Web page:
Happy New Year with More Century-old Postcards
I hope you all have the best New Year ever. Here a few more of the popular New Year’s postcards from the beginning of the last century. They are from the Library/Archives collections at York County Heritage Trust. Assistant Librarian Victoria Miller has 28 New Year’s cards on exhibit in cases outside the interior library doors at 250 East Market Street, York. Library patrons are always welcome to look at about 100 more New Year’s postcards, as well as hundreds celebrating Christmas and other holidays, during regular library hours.
The colorful birds on a snowy background above were sent to Miss E.E. Fahs, 437 West Market St., York, Pa. It was postmarked La Cross, Wis. 1912. The tiny logo is for the LSC company and is dated 1911. An internet search turns up many colorful postcards created by LSC.
The message reads:
I received the pretty [p]resent you sent and thank you very much for it.
Suppose you are having a good time in Wash., D. C. so write soon
This striking embossed 1908 card, in gold with lucky clover leaves, was sent to Miss Annie Stambach, Dover, York County. It was postmarked Gettysburg, Dec 31 5:30 PM. The year is illegible—the postage cancellation often did not print clearly on heavily embossed cards. The reverse tells that is a product of the Illustrated Postal Card Company, New York & Germany and that it was “Made in Germany.”
The message is simply:
The message on the purple card is more interesting than the card. It was sent from one teacher to another and gives an idea of what young adults were doing for fun at the time. This card was also printed in Germany, as were many of the colorful postcards. It is addressed to Prof. Chas. Kauffman, Hopewell, Bedford Co., PA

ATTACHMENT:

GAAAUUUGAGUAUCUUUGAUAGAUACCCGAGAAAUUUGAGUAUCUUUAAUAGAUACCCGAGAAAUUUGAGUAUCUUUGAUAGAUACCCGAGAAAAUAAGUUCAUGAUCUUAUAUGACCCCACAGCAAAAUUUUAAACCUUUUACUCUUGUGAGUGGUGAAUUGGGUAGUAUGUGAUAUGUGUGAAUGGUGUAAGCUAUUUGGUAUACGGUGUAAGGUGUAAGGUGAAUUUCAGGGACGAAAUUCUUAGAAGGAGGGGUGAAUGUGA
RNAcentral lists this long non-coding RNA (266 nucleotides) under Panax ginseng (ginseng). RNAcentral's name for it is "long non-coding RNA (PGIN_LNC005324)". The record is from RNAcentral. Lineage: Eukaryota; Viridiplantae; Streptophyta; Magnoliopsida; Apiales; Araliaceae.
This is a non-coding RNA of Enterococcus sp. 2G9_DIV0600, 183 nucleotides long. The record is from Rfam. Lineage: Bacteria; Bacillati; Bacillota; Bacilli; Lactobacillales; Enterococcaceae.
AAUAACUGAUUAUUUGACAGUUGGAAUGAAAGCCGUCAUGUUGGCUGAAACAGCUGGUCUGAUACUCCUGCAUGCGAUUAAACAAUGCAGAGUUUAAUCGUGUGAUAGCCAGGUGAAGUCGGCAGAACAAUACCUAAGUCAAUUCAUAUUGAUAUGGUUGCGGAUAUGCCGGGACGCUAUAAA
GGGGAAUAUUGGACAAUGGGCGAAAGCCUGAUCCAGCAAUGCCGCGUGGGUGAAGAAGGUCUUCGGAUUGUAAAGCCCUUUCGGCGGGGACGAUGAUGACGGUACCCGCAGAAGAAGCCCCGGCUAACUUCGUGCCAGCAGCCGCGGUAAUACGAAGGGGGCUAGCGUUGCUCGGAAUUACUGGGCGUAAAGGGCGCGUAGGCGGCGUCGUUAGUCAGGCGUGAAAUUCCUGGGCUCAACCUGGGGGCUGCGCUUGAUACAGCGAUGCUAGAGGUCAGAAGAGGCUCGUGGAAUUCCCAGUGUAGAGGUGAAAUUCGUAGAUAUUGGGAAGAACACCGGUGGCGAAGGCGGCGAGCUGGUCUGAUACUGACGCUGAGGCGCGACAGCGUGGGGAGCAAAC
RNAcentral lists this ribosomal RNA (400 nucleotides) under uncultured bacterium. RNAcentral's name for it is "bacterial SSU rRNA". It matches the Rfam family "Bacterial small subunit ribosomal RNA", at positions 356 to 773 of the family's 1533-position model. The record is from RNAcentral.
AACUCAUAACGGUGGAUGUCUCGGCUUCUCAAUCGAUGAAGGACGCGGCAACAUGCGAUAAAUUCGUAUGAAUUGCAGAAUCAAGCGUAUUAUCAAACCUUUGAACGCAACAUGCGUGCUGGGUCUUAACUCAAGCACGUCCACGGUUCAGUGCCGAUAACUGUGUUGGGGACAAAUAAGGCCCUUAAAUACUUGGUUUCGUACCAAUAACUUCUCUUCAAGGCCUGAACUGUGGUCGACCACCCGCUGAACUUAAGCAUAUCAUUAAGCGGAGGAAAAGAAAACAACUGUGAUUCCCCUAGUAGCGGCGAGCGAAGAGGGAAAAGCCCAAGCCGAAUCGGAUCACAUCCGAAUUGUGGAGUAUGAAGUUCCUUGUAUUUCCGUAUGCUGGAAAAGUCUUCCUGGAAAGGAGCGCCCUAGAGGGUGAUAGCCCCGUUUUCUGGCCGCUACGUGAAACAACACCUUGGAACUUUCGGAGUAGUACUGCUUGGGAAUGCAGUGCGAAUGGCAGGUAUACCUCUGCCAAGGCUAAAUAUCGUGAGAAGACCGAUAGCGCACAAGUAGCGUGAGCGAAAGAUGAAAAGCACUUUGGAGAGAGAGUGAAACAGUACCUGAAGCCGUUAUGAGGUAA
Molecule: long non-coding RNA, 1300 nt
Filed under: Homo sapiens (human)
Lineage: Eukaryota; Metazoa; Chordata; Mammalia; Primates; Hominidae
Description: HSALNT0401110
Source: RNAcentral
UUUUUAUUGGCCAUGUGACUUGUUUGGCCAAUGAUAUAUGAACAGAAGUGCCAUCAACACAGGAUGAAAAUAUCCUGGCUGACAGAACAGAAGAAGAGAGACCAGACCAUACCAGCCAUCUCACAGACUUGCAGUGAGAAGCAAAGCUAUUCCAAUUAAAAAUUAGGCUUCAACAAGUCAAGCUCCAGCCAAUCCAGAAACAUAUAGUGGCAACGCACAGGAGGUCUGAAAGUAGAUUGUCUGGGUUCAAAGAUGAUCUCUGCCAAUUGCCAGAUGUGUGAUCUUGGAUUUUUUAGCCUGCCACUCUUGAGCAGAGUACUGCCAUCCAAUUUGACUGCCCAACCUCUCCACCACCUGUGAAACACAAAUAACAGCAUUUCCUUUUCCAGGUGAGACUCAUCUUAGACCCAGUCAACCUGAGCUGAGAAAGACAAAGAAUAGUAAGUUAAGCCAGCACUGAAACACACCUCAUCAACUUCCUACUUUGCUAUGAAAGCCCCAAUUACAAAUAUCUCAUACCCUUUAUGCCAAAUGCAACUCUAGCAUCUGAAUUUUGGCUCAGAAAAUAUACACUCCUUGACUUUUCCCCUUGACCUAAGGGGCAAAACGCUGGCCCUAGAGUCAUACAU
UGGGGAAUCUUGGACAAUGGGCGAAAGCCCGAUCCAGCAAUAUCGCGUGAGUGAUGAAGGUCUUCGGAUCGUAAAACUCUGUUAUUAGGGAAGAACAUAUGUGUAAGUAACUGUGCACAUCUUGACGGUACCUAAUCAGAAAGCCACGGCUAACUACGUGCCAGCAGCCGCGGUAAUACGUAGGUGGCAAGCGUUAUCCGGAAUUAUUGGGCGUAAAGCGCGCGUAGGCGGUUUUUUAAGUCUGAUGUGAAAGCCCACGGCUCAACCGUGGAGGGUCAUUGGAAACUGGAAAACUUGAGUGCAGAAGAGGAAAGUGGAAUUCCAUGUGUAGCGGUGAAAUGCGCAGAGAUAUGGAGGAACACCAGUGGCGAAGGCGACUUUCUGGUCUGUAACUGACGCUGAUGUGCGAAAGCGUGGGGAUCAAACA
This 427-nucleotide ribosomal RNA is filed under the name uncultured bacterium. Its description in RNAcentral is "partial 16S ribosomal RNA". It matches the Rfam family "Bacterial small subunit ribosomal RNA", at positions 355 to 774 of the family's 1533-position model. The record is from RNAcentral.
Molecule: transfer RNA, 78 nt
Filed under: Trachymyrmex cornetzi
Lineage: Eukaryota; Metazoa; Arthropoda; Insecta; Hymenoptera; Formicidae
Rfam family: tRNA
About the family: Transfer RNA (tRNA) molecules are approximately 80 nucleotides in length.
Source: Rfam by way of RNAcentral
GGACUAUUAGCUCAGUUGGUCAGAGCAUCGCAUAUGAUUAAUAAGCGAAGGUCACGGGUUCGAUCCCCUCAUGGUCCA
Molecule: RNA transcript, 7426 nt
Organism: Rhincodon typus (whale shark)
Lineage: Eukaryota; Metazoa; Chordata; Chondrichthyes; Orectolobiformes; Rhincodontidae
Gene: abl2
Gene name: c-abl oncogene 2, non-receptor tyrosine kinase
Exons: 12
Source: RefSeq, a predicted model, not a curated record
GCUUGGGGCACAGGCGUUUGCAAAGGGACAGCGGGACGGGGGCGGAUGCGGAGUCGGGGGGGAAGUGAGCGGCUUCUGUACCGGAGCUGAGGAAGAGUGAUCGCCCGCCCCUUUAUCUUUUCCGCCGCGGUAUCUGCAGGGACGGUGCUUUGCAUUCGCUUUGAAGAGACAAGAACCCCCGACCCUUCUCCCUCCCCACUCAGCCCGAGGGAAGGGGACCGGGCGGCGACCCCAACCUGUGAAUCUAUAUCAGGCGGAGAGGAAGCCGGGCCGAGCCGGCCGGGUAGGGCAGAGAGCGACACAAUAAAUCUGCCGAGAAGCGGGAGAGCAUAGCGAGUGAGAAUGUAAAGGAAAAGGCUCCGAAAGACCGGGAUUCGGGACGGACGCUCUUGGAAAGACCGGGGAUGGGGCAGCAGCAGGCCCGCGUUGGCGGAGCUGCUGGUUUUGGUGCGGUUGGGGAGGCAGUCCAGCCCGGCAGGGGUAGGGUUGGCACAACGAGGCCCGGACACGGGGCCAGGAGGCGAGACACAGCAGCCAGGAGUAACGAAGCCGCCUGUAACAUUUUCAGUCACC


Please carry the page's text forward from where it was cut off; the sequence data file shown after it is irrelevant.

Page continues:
The message is:
Wish you a very prosperous and Happy New Year.
Am teaching again, I am not working hard though . We go out sleighing almost every night. It is drifting the snow here now. My aunts address is Woodburry.
You certainly must tell me about Miss Knight’s adventures. I suppose you are having vacation now. I did not take any vacation although I would like one, as I think you are tired till Xmas is over.
The card is postmarked Bakers Summit, PA Dec 30 AM 1909. According to Goggle maps, Hopewell, Woodbury and Bakers Summit are not too far from one another in Bedford County near the Blair County border. A transcription of Bedford County marriages at www.mowerfamily.org shows that teacher Bertha Longenecker, age 27, married Howard Melvin Shaffer in June 1912. There were several Charles Kauffmans in that area as well as in York County.
Click here to read an 1850s York newspaper article about the dangers of sleighing parties.